Ceiling falling apart: safe to breathe?
May 18, 2015 2:00 AM   Subscribe

Pieces of the ceiling in my top floor apartment fell apart, throwing a great deal of what looks like dust or sand into the air. The ceiling is made of plaster, but doesn't have the "popcorn" texture I have heard is bad. Is it likely that breathing this dust is unsafe, e.g. could it contain asbestos?

I'm in Pittsburgh and the house is at least 50 years old but I don't know many details about it. I'm mostly interested in removing my things so I can get dressed and go to work in the morning, but don't want to be rash.

If it could be dangerous, how do I deal with it?
posted by Known Weasel to Home & Garden (2 answers total)
Yeah, it could have asbestos; breathing it a little wouldn't kill you but wouldn't be great just for the dust even. Get your land lord on it. More information on tiles.

The "popcorn texture" is bad just in that it sucks to keep clean and repaint. :P
posted by tilde at 2:07 AM on May 18, 2015 [1 favorite]

Best answer: Is it straight-up horsehair plaster, or is it drywall? If it's horsehair plaster, it is less likely to contain asbestos (but it is still possible to have some if the plaster has been patched over the years, so we would never say never). If it is drywall, there is a small (but non-zero) chance that the drywall itself contains asbestos, and a decent-to-middling chance that the joint compound contains asbestos.

THAT BEING SAID -- there is basically no small particulate dust which is benign when inhaled. Asbestos is a very bad one to choose, of course, but it's not like fiberglass is awesome for your lungs. So I would act to minimize your exposure regardless of whether the material is asbestos.

Suggestions for minimizing exposure, if you absolutely must go in before the material can be sampled: Wait for the dust to settle and wear the best mask you can. (The kind of mask you can buy from Target is not OSHA-approved -- even the "HEPA-type" ones -- because they do not fit well enough. However, they are way better than going in without a mask, so if you have to go in, use one.) Use water to reduce dust -- spray bottles can help wet things down before you touch them. If you need to clean things with dust on them, clean them with water, not air (so dishwasher, washing machine: sure. Compressed air, shaking dust off: no). Don't vacuum unless you have HEPA filters on your vac's air exhaust.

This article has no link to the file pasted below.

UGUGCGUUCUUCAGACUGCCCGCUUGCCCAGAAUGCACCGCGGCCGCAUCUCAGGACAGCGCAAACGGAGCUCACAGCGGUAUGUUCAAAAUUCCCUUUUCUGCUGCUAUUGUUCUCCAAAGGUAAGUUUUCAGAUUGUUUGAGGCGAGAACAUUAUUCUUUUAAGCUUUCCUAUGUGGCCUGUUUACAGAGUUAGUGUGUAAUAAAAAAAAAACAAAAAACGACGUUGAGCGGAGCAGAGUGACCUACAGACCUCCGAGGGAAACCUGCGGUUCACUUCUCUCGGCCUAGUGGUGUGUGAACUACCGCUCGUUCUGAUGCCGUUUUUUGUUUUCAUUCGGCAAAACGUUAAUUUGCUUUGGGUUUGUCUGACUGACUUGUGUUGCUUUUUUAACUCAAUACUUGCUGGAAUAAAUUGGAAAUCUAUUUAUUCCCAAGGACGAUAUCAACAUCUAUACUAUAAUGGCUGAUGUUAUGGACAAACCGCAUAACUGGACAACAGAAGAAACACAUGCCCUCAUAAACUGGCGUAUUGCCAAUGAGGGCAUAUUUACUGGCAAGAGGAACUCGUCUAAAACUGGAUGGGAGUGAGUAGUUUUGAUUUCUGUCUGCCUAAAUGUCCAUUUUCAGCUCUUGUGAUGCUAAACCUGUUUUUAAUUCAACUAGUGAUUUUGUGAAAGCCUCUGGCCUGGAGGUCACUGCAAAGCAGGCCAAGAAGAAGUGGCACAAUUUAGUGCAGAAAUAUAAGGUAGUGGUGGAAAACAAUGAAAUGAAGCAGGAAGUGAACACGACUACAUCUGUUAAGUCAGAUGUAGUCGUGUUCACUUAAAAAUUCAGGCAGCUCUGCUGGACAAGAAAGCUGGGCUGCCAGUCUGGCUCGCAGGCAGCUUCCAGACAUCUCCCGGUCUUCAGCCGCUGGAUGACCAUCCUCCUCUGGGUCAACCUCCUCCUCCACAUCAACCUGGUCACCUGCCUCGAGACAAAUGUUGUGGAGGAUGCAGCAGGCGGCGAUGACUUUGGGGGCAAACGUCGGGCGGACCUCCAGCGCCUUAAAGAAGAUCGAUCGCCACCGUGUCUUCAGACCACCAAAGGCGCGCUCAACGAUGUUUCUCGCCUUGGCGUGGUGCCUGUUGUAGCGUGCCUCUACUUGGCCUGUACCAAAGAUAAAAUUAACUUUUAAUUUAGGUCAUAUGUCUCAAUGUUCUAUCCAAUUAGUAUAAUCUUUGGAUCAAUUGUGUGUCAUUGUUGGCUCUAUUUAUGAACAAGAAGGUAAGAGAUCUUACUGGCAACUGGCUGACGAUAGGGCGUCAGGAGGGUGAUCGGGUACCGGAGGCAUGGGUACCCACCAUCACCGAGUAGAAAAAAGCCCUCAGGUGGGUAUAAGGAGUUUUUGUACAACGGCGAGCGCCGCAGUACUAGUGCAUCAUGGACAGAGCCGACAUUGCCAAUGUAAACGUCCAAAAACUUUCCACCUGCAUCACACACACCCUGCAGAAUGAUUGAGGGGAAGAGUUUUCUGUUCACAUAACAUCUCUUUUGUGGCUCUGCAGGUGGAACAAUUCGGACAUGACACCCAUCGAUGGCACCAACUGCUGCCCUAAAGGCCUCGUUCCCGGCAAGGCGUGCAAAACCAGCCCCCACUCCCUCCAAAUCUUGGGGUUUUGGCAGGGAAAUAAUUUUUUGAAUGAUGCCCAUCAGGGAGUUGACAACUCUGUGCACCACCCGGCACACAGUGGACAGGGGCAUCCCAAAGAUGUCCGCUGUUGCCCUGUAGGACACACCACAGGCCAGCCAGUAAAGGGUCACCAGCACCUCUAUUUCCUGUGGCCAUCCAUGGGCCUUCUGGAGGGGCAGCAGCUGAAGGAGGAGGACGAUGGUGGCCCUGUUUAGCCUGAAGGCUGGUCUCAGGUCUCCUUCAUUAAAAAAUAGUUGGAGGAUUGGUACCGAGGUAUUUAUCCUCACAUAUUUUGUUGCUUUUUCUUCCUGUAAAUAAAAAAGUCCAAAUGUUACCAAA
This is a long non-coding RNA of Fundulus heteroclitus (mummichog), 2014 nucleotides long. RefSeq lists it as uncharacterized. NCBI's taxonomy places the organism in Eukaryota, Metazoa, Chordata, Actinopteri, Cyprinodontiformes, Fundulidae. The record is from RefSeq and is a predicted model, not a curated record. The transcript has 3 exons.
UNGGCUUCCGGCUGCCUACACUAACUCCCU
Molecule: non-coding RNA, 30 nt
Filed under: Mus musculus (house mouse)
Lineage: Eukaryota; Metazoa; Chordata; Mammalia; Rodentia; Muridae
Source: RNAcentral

And yes, definitely get your landlord involved ASAP (if they aren't already) and ask them about ACM sampling. If it's a big building or a complex, this may have happened in other units and they may already have sampled those units and have an idea of what is going on. If it's a small building, they probably haven't sampled before and you may need to push them on it. If the material IS asbestos-containing, you want the properly qualified and outfitted folks hired by your rental insurance and/or your landlord to be the ones cleaning it up, not you.

Also, on another note, if only part of your ceiling collapsed, I would also be worried about going in because there is a chance that the remainder of your ceiling may collapse, which is also v. dangerous.

NOTE: I work with asbestos, but I am not your person who works with asbestos; all of this can vary; these answers are semi-educated guesses which only apply to the US as other counties have different asbestos use patterns.
posted by pie ninja at 5:22 AM on May 18, 2015 [10 favorites]

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